The Sages expound on this idea, explaining exactly what we should and should not fear. Let’s look at a seeming contradiction in Scripture and discuss what is taught in the Gemara in Berachot (a specific volume of rabbinical commentary on the oral Torah). King Solomon writes in Proverbs; fortunate is the man who is constantly afraid.” In contrast, Isaiah writes: “those from Zion who are afraid are sinners.” The Gemara explains that the verse in Proverbs is referring to ‘divrei Torah’ understood to mean referring to spiritual matters. We only have control over our free will in spiritual pursuits. Therefore, the Gemara teaches us that it is correct to fear one’s own failure in the spiritual realm because we have control over it and have the ability to stumble. Have you been taught that we no longer stumble because G-d’s laws were “nailed to the cross”? Let’s look at what Paul (Sha’ul) has to say about this because Christians and others often misinterpret Paul to their own destruction. The Bible confirms this fact (2 Peter 3:16).“Rom. 7:14-25 reads “ For we know that the Torah is of the Spirit; but as for me, I am bound to the old nature, sold to sin as a slave. I don’t understand my own behavior- I don’t do what I want to do; instead I do the very thing I hate! Now if I am doing what I don’t want to do, I am agreeing that the Torah is good. But now it is no longer ‘the real me’ doing it, but the sin housed inside me. For I know that there is nothing good housed inside me- that is, inside my old nature. I can want what is good, but I can’t do it! For I don’t do the good I want; instead, the evil that I don’t want is what I do! But if I am doing what ‘the real me’ doesn’t want, it is no longer the ‘real me’ doing it but the sin housed inside me. So I find it to be the rule, a kind of perverse ‘Torah’, that although I want to do what is good, evil is right there with me! “For in my inner self I completely agree with G-d’s Torah; but in my various parts I see a different ‘Torah’ [rabbinical Torah; Oral Torah; NOT G-d’s Torah] one which is operating in my various parts. What a miserable creature I am! Who will rescue me from this body bound for death? Thanks be to G-d, he will!- through Yahshua the Messiah, our L-rd” This does not mean we now have license to do whatever we want and rest assured we will be forgiven . Yahshua released us from the death indictment for imputed sin and provided a way for us to become reconciled to G-d and subsequently saved in the future. This way requires repentance and subsequent obedience on our part. There is no cart blanche with G-d, no careless observance designed “our way.”
In all areas of our lives we know, or should learn that G-d is in total control. Since He is the Creator and Sustainer of all things in the universe, it is foolish and wrong for us to be afraid that ‘bad things’ will happen to us- when HaShem is in control nothing truly ‘bad’ can happen. Our circumstances may certainly seem adverse or harmful as they are happening, but we must come to develop our trust in G-d the faithfulness of Yahshua and take peace in knowing there is nothing to fear when we trust our lives and souls to His care. The only thing we need to fear is the spiritual damage we can bring upon ourselves. Remember, “trust” means to follow, to worship, to emulate.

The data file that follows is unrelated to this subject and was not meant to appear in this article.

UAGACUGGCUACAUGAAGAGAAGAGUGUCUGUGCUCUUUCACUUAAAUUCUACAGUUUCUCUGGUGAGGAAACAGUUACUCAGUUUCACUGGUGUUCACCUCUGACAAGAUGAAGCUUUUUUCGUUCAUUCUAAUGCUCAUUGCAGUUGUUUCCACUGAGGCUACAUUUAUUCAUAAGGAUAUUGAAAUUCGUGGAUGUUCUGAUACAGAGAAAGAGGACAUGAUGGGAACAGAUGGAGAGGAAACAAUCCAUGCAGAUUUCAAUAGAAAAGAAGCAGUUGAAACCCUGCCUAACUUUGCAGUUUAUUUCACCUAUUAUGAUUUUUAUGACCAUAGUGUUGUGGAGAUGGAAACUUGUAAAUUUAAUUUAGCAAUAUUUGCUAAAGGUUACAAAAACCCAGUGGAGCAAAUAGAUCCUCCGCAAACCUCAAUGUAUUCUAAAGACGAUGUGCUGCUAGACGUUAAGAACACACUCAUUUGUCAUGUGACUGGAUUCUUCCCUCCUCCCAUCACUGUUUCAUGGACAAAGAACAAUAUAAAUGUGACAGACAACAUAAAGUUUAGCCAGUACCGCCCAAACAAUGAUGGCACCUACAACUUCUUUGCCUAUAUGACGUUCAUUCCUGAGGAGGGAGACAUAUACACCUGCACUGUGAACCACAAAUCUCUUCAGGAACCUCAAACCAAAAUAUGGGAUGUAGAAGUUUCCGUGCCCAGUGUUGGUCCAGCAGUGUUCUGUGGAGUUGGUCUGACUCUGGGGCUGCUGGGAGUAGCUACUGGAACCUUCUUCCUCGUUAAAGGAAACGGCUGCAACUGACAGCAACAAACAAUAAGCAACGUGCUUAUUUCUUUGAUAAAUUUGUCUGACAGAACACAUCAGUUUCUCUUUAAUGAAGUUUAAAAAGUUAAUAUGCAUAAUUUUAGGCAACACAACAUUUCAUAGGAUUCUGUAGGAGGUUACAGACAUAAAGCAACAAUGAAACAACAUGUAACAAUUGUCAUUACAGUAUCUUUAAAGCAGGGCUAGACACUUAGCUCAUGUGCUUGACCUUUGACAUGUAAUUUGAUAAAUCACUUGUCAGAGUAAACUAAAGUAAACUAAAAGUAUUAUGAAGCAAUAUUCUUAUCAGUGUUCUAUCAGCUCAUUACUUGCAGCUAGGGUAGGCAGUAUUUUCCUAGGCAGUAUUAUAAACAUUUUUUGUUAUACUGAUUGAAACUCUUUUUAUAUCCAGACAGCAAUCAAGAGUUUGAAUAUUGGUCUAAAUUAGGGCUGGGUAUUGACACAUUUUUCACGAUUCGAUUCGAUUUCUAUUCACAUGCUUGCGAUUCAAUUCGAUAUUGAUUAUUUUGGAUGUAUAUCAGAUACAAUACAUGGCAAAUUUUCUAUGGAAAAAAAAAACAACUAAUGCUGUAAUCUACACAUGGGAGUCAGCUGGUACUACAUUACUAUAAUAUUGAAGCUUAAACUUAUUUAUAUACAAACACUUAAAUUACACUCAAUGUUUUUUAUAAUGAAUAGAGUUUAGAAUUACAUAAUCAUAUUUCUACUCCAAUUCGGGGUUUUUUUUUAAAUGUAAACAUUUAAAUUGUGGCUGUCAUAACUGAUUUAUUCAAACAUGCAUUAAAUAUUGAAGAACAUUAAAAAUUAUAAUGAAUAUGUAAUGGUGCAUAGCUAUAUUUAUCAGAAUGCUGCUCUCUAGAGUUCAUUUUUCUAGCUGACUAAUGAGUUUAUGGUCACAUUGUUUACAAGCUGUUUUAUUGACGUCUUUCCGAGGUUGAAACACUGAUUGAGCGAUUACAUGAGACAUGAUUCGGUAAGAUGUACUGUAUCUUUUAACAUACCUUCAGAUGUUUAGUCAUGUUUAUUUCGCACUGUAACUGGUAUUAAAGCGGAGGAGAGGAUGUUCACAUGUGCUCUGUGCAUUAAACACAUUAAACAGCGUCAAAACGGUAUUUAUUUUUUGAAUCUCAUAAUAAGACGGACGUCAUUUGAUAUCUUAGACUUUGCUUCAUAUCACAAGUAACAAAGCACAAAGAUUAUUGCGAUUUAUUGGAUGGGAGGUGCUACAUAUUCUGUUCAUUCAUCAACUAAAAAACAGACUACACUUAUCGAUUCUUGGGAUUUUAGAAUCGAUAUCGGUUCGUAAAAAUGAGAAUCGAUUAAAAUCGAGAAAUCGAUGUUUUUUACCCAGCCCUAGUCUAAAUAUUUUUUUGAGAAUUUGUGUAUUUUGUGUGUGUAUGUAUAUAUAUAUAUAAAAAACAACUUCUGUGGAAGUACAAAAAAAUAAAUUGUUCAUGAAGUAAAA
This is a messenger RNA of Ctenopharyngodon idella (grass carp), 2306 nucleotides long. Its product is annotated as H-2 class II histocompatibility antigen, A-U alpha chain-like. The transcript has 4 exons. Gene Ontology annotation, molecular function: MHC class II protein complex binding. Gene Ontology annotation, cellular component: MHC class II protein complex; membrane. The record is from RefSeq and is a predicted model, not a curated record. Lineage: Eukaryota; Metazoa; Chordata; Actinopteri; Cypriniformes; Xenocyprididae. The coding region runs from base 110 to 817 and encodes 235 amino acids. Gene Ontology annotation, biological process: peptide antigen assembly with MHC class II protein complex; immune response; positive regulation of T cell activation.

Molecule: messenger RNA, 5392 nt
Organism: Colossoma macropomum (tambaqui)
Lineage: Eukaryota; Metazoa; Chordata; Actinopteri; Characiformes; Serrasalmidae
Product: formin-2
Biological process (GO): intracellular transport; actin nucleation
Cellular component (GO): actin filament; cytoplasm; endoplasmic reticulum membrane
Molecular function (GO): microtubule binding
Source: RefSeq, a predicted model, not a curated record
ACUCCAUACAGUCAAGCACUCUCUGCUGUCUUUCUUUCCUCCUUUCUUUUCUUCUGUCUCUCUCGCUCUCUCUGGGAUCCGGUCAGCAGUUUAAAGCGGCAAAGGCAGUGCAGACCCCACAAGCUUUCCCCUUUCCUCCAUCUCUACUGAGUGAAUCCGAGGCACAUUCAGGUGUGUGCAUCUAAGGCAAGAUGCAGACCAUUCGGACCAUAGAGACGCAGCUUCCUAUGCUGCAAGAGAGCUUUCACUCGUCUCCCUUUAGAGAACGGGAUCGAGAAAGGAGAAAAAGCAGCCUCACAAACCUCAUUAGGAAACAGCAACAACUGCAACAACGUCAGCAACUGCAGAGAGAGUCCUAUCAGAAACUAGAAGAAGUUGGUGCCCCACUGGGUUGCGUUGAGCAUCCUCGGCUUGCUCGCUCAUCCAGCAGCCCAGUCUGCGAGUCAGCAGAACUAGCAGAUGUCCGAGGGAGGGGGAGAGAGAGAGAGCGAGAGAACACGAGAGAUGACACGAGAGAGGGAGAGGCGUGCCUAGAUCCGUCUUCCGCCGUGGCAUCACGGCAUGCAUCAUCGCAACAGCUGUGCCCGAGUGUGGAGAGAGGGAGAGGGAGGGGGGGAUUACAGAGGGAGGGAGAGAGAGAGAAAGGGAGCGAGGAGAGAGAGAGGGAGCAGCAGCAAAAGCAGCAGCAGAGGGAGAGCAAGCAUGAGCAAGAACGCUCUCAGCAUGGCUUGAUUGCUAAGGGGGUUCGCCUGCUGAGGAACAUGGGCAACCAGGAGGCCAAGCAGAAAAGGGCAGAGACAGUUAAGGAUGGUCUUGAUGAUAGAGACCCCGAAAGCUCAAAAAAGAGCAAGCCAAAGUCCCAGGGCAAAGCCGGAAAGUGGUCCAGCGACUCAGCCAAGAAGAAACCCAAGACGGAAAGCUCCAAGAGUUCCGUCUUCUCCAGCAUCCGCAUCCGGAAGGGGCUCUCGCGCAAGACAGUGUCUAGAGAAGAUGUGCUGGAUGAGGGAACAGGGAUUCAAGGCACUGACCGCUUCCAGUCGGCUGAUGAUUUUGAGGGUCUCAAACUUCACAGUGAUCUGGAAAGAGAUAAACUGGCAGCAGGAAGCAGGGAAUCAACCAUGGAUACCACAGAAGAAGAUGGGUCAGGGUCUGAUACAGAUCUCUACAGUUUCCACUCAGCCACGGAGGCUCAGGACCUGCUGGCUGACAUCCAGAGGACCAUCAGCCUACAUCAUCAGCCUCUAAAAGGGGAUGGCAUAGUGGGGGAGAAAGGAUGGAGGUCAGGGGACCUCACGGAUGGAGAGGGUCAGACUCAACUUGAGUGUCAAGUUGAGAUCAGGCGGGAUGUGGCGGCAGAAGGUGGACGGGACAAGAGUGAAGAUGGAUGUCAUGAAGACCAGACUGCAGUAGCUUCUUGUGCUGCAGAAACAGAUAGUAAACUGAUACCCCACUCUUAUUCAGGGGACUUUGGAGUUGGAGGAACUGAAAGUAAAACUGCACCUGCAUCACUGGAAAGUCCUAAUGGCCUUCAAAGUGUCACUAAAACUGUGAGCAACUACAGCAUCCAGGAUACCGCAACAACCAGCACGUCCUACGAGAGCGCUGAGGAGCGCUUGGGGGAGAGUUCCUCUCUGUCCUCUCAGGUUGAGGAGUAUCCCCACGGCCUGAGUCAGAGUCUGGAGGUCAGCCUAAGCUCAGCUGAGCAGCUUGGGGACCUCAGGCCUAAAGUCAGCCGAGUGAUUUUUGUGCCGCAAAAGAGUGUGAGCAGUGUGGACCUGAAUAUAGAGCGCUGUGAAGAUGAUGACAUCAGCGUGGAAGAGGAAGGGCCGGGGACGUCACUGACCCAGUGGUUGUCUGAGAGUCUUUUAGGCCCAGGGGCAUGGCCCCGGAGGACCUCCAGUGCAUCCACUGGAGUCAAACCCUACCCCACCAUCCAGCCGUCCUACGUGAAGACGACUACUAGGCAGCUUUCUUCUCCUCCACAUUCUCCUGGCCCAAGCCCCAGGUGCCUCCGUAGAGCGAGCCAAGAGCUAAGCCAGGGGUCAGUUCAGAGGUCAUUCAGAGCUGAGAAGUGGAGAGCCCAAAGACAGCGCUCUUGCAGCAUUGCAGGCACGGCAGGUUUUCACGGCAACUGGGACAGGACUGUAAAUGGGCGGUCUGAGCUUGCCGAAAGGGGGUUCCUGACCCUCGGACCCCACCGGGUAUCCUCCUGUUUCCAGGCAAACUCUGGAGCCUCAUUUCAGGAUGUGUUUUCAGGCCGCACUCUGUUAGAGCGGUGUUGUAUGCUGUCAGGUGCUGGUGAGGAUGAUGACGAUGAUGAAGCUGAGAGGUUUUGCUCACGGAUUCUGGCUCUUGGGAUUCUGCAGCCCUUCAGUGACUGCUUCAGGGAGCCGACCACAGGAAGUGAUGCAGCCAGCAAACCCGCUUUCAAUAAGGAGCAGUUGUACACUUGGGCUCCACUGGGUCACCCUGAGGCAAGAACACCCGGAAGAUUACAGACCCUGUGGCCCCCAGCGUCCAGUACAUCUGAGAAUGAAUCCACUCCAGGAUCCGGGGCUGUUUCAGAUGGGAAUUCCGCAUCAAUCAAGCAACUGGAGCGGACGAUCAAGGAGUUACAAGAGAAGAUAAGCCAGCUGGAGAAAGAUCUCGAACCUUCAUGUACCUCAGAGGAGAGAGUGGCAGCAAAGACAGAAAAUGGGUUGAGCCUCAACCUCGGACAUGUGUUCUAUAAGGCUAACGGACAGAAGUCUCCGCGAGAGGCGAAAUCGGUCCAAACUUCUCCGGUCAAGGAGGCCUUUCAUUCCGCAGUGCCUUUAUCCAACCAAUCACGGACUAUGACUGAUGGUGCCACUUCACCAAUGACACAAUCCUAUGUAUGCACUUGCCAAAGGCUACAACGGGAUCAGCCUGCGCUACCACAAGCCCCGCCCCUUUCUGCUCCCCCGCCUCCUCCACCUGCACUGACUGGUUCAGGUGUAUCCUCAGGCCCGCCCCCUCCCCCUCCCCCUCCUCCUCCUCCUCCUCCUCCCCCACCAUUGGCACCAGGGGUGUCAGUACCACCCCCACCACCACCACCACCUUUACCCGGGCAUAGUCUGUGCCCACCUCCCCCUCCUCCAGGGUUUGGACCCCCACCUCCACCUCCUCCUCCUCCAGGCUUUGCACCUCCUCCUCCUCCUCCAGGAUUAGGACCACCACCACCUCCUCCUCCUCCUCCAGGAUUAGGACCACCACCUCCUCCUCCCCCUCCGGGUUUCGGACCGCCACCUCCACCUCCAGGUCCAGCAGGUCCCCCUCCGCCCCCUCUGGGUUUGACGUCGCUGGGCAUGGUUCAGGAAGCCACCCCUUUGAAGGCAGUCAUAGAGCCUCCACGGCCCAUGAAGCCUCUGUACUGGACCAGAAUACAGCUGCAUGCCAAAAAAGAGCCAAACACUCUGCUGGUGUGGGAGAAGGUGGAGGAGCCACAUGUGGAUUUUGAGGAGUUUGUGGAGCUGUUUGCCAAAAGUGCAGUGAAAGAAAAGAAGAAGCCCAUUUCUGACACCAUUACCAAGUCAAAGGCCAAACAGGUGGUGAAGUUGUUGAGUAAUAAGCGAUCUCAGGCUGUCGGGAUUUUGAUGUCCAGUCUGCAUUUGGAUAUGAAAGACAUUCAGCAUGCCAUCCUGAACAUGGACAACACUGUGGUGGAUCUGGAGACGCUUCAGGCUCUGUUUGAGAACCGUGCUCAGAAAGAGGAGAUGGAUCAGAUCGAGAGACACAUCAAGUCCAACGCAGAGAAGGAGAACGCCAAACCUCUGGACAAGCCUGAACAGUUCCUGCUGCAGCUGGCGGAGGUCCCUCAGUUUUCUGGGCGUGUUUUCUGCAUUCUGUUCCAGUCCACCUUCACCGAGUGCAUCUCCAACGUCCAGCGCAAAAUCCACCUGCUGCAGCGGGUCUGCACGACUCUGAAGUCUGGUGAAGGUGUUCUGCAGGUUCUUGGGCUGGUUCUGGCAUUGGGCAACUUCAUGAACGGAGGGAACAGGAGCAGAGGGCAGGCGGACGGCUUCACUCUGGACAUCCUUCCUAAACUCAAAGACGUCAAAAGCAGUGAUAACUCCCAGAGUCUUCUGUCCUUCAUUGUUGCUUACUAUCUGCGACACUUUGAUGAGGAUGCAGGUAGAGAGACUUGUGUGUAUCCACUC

Haftarah: Yesha’yahu (Isaiah) 49:14-51:3
This is the second of the seven “prophecies of comfort” read between the Fast of the Ninth of Av and Rosh Hashanah. The exiled Israelites are concerned that G-d has abandoned them. G-d once again reassures them that this is not the case, comparing His love and mercy for His people to that of a mother for her children, and even greater. Again, we need to remember that mothers nurture, teach, and correct their children because they love them. So it is with YHVH/Yahshua.
Isaiah then touchingly describes the ingathering of the exiles that will occur with Yahshua’s arrival (Messiah). Returning to the initial subject matter of the haftarah, Isaiah reminds the Israelites’ rebellious behavior that prompted the exile and suffering. He concludes with encouraging words, reminding us of what had happened to our ancestors, Abraham and Sarah. Just as they were blessed with a child when they had all but given up hope, so too, G-d will send Messiah to provide us a way to become reconciled to G-d, giving us hope for eternal redemption and salvation when our lives on this earth end. Our lives on earth are not the end of the story.
B’rit Chadashah: Ya’akov (James) 5:7-11
“be patient therefore, brethren unto the coming of the L-rd. behold, the husbandman waiteth for the precious fruit of the earth, and hath long patience for it, until he receives the early and latter rain. Be ye also patient; establish your hearts: for the coming of the L-rd draweth nigh. Grudge not one against another, brethren, lest ye be condemned: behold, the judge standeth before the door. Take, my brethren, the prophets, who have spoken in the name of the L-rd, for an example of suffering affliction, and of patience. Behold, we count them happy, which endure. Ye have heard of the patience of Job, and have seen the end of the L-rd; that the L-rd is very pitiful, and of tender mercy.”
In the above passage, James continues the thought of chapter 4:13-17. The reference to the early and latter rain is the acharit-hayamim (end of days). The verse refers to the climatic pattern of Israel where the bulk of the rain falls between October and March. The early rain (yoreh) comes in October, and the latter rain (malkosh) which is rare, comes in April. A spiritual application of this term is that the early rain (yoreh)came at Shavu’ot (Acts 2), and the latter rain (malkosh) is coming at the L-rd’s return. Verse 9 repeats the warning of 4:11-12. Verses 10-11 provide an example of suffering, mistreatment, yet being patient, which provides us an example of the prophets and the perseverance of Job. We encounter the phrase “and you have seen the end of the L-rd.” A correct interpretation of this verse is “and you know what the purpose of YHVH was.” The purpose was to justify the ways of YHVH to man. Although this is something that YHVH does not owe us, in His kindness and mercy there are times He chooses to reveal His rationale for His interventions in our lives. Job’s “trouble” started when YHVH chose to answer hasatan’s challenge by permitting him to touch Job’s possessions and person without killing him. Job persevered in the face of extreme loss, pain, and criticism; not knowing why this was happening. It must have been even more of a challenge for Job because he was considered a righteous man before G-d. Most of us would probably wonder why we should consider loving and following G-d if this was to be our fate. Job, like Moshe before he climbed the mountain to see the Land, could not understand the bigger picture as he was climbing. So it was with Job and is often with us when we experience the furnace of refinement. In the end, YHVH vindicated Himself and proved to Job and to us that only YHVH has the power and wisdom to deal with hasatan. We are forever and totally dependent upon YHVH Elohim for our lives, including our spiritual battles. We also learn from Job’s experience, that there is much more going on in the metaphysical realm as G-d works with us, refining us to be our best for His utmost glory. May we learn to keep this truth in our hearts and minds and allow the Spirit of G-d, the Ruach HaKodesh) to guide our spirits that our souls will find their place with YHVH/Yahshua. Remember, we are to discern the spirits, being ever watchful that we do not allow the spirit of HaSatan to infiltrate our hearts and minds.
Rabbi Tamah Davis-Hart